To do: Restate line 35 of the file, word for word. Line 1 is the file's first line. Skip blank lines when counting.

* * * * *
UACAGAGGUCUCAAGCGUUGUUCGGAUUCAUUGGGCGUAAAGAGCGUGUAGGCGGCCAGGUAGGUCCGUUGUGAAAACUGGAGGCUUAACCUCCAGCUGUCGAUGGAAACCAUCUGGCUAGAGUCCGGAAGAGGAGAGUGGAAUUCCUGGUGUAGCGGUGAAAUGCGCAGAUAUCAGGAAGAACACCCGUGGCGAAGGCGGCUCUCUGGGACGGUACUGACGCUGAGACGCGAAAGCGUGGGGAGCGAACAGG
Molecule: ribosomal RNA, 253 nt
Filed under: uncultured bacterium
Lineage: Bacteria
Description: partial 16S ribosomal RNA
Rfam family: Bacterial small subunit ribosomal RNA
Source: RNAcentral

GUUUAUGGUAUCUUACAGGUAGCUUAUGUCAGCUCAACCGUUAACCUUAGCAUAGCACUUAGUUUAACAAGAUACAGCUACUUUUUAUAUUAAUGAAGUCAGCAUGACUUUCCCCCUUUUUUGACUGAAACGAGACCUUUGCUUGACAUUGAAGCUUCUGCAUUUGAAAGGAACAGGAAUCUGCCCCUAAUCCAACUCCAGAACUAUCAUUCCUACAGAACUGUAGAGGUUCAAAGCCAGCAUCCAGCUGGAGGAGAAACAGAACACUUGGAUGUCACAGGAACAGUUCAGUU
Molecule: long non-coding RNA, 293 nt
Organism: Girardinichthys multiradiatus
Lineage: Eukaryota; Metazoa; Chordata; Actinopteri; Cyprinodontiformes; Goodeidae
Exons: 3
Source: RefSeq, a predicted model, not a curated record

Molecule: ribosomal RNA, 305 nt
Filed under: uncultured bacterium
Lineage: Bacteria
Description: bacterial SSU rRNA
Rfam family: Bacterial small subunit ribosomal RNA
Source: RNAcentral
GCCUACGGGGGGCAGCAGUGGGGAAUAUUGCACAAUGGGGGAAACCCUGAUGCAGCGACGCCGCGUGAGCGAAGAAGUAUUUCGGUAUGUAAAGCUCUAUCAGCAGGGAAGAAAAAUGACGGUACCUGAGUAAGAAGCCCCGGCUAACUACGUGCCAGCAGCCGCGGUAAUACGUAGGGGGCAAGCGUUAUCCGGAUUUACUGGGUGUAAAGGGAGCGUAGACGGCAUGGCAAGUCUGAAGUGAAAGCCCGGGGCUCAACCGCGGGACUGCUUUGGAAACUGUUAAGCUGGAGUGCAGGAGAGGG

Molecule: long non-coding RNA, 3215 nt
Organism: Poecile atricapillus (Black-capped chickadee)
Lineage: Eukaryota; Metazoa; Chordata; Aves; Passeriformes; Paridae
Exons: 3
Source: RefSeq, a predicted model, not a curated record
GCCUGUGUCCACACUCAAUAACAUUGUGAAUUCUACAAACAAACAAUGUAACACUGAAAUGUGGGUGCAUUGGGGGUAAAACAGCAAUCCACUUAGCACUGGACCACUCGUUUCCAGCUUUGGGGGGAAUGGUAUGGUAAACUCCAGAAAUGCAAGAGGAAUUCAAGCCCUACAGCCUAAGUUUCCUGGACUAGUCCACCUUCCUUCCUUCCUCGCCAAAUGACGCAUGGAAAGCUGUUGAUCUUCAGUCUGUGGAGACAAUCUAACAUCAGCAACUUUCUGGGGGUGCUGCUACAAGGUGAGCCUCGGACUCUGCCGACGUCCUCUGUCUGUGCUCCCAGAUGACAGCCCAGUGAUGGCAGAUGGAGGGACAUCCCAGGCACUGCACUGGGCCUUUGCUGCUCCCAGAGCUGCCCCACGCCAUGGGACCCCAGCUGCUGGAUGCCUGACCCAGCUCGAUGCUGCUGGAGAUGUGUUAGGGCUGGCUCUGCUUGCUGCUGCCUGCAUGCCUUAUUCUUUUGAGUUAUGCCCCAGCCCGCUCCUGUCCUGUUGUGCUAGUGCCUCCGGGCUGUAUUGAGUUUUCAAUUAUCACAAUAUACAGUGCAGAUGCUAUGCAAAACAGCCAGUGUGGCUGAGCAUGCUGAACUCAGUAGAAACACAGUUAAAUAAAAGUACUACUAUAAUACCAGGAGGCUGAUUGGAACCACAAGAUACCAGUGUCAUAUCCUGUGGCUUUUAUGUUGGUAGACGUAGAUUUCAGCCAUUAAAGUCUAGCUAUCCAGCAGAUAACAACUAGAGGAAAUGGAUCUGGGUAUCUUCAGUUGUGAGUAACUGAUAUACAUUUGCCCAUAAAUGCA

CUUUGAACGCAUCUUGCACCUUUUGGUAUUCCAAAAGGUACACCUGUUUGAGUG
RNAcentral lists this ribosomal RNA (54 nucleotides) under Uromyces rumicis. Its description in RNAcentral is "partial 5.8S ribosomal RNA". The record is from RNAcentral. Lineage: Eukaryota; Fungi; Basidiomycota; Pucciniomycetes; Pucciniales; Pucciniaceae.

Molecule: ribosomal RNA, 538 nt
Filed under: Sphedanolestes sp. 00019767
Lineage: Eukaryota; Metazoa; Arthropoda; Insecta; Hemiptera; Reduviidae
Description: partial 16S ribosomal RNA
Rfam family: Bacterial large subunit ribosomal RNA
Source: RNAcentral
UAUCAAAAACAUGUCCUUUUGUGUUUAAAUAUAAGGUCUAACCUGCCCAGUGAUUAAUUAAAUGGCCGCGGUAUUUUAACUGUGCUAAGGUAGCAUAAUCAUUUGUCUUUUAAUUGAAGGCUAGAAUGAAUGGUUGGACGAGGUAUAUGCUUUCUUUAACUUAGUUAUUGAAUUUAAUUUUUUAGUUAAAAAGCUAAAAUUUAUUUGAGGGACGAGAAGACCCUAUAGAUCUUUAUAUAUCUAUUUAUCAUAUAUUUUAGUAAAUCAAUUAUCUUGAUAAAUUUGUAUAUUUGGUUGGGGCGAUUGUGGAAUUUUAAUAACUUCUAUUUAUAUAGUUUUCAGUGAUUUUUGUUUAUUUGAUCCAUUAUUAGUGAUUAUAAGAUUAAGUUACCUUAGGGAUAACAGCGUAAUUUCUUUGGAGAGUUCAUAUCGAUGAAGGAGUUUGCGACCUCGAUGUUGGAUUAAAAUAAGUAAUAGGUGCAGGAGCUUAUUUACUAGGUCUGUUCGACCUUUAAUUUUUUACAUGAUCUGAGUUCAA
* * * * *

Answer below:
UAUCAAAAACAUGUCCUUUUGUGUUUAAAUAUAAGGUCUAACCUGCCCAGUGAUUAAUUAAAUGGCCGCGGUAUUUUAACUGUGCUAAGGUAGCAUAAUCAUUUGUCUUUUAAUUGAAGGCUAGAAUGAAUGGUUGGACGAGGUAUAUGCUUUCUUUAACUUAGUUAUUGAAUUUAAUUUUUUAGUUAAAAAGCUAAAAUUUAUUUGAGGGACGAGAAGACCCUAUAGAUCUUUAUAUAUCUAUUUAUCAUAUAUUUUAGUAAAUCAAUUAUCUUGAUAAAUUUGUAUAUUUGGUUGGGGCGAUUGUGGAAUUUUAAUAACUUCUAUUUAUAUAGUUUUCAGUGAUUUUUGUUUAUUUGAUCCAUUAUUAGUGAUUAUAAGAUUAAGUUACCUUAGGGAUAACAGCGUAAUUUCUUUGGAGAGUUCAUAUCGAUGAAGGAGUUUGCGACCUCGAUGUUGGAUUAAAAUAAGUAAUAGGUGCAGGAGCUUAUUUACUAGGUCUGUUCGACCUUUAAUUUUUUACAUGAUCUGAGUUCAA